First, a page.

State v. Riley

Decision Date20 March 1985
Docket NumberNo. 83-194,83-194
Citation490 A.2d 1362,126 N.H. 257
PartiesThe STATE of New Hampshire v. Arthur R. RILEY, Jr.
CourtNew Hampshire Supreme Court

Gregory H. Smith, Atty. Gen. (Amy L. Ignatius, Concord, on brief and orally), for the State.

Joanne S. Green, Asst. Appellate Defender, of Concord, by brief and orally, for defendant.

DOUGLAS, Justice.

The defendant, Arthur R. Riley, Jr., was convicted in Superior Court (Souter, J.) on a charge of negligent homicide, RSA 630:3, II. On appeal, the defendant raises two issues for review: first, whether the results of his blood alcohol content test should have been excluded as the product of an unlawful arrest; and second, whether the process of drawing the blood for a blood analysis may be conclusively presumed valid under RSA 265:90 (1982) (since amended), where neither the defendant nor the State requests the production of the technician who drew the blood. We affirm.

On the evening of September 13, 1982, the defendant was driving a U-Haul truck when it struck a tree in Hooksett. The passengers at the time included two adults and four children. At the moment of impact, part of the shell cover was torn from the back of the truck and one of the children was thrown onto the road, where she sustained fatal injuries. The other passengers were injured as well.

Hooksett Police Officer Massey was the first police officer to arrive at the scene, and after he observed the deceased and two passengers in the truck, Officer Stout arrived. Officer Massey instructed Officer Stout to locate the driver of the truck and determine the number of people involved in the accident. At that time, the police had received conflicting estimates of the number of people involved in the accident, ranging from five to nine, and were concerned that one of the passengers might have been thrown into a nearby pond.

While Officer Massey was examining the damage, he found two or three six-packs of beer and a bottle of pre-mixed cocktail preparation in the cab of the truck. At the same time, Officer Stout recorded the names of the passengers still in the truck and spoke with Ms. Bourgoin, one of the passengers. At the hearing on the motion to suppress, Officer Stout testified that it was at this time that he was able to establish the number of people involved in the accident as seven.

After Officer Stout returned to the cruiser, a woman who lived adjacent to the accident scene approached him and informed him that the driver of the truck had made a telephone call from her house. She indicated that the driver was on her front lawn and asked the officer if he wanted to talk with him. Officer Stout approached the defendant, who was kneeling on the lawn in an hysterical condition.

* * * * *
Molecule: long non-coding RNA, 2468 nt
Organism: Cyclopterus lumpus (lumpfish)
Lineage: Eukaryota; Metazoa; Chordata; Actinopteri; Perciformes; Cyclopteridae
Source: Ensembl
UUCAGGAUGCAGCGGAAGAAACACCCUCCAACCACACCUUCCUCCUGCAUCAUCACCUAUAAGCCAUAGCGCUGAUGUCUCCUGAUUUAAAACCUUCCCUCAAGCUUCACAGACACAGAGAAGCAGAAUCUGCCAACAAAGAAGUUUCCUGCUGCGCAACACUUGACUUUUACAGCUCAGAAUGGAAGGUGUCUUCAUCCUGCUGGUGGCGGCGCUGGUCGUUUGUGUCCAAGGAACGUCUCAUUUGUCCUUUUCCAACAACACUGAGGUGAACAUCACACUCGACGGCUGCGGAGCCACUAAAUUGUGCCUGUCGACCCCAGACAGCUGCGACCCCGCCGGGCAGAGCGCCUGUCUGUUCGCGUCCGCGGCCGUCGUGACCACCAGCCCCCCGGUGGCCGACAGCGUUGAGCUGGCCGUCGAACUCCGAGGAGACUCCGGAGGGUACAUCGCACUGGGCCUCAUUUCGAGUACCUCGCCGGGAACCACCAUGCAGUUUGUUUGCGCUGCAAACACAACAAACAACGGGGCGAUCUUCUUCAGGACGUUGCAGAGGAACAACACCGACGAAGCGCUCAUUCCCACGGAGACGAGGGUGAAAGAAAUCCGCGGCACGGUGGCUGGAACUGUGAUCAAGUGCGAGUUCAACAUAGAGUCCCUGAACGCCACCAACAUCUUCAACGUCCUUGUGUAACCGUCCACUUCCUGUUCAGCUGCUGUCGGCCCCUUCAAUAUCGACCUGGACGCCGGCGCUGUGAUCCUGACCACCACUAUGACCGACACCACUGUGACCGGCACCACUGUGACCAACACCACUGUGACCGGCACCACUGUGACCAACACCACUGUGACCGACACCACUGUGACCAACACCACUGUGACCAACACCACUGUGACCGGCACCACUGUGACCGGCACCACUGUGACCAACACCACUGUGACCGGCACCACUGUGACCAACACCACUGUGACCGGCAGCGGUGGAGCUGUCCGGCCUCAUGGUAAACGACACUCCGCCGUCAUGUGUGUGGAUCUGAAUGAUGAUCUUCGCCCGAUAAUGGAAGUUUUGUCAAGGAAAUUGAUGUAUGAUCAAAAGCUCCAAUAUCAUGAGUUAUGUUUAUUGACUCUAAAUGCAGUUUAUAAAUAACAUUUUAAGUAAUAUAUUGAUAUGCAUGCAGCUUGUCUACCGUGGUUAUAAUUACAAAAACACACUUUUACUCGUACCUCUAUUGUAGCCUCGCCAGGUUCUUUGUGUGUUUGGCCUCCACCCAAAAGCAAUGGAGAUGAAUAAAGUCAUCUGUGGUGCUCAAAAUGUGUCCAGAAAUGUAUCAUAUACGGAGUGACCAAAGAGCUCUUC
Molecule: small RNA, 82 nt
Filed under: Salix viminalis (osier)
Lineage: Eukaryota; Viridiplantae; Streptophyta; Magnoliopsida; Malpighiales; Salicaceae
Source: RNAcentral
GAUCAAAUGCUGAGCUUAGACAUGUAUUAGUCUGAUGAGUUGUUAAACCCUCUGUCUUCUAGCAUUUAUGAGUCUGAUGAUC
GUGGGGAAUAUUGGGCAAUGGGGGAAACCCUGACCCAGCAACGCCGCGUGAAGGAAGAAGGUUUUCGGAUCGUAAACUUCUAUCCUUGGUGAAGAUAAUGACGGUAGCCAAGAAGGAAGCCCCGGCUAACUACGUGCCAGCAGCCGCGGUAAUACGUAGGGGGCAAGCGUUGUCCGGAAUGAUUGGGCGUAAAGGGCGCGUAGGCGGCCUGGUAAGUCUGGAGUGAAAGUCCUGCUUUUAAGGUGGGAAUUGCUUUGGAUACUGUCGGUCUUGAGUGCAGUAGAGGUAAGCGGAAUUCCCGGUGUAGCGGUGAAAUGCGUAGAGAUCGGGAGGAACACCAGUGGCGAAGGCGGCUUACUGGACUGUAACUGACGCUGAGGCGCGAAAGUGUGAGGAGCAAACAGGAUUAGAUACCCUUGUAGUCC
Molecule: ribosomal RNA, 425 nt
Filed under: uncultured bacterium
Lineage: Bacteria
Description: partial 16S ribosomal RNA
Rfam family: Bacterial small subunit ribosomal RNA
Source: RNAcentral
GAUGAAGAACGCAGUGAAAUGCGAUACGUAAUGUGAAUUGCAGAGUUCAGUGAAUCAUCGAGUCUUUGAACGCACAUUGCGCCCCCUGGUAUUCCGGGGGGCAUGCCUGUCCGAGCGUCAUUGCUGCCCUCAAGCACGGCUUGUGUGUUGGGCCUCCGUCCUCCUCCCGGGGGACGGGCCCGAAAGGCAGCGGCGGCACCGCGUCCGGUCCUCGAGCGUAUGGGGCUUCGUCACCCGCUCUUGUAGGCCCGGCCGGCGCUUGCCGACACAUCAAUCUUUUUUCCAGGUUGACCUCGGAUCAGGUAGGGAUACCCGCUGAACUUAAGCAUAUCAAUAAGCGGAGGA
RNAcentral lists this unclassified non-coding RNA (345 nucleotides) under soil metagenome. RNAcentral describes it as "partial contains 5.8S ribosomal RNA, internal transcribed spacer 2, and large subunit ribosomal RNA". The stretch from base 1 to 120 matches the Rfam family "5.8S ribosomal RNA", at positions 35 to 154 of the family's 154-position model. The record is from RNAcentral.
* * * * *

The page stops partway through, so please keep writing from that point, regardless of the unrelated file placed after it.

Officer Stout asked the defendant to accompany him to the cruiser, to which the defendant responded, "I didn't do it on purpose," and "she's dead, isn't she?" As he brought the defendant to the cruiser, the officer said nothing further to the defendant, who continued to cry and to repeat similar statements. The evidence at the hearing on the motion to suppress was conflicting as to whether the defendant was immediately placed inside the cruiser or instead spoke with the officer outside it. Neither party, however, disputes that it was while questioning the defendant, at the cruiser, as to the number of people involved in the accident, that Officer Stout smelled a strong odor of alcohol on the defendant's breath and noticed his slurred speech. Stout asked the defendant to remain in the vehicle and went to inform Officer Massey that he had found the driver.

Officer Massey went to the cruiser, where he also noticed a strong smell of alcohol coming from the defendant. Officer Massey then placed the defendant under arrest for driving while intoxicated. The officer advised the defendant of his rights and obligations under the implied consent law and asked him to submit to a blood alcohol content test. The defendant agreed to a blood test and was taken by the police to a hospital for the test. The defendant moved before trial to suppress the evidence of the blood alcohol analysis, as the fruit of an unlawful arrest.

At the hearing on the motion to suppress, the defendant argued that he was under arrest from the moment he entered the police cruiser. He argued that the arrest preceded the existence of probable cause and, therefore, that the blood test results were inadmissible.

In determining whether the defendant was arrested without probable cause, the trial court made the following findings. First, the court concluded that Officer Stout's request to the defendant to accompany him to the cruiser did not indicate a decision to arrest. The court found that the officer had not yet formed an opinion that the defendant was under the influence of intoxicating liquor. The court determined that the officer's sole purpose in asking the defendant to go to the cruiser was to find out whether all of the victims of the accident had been accounted for and were being treated.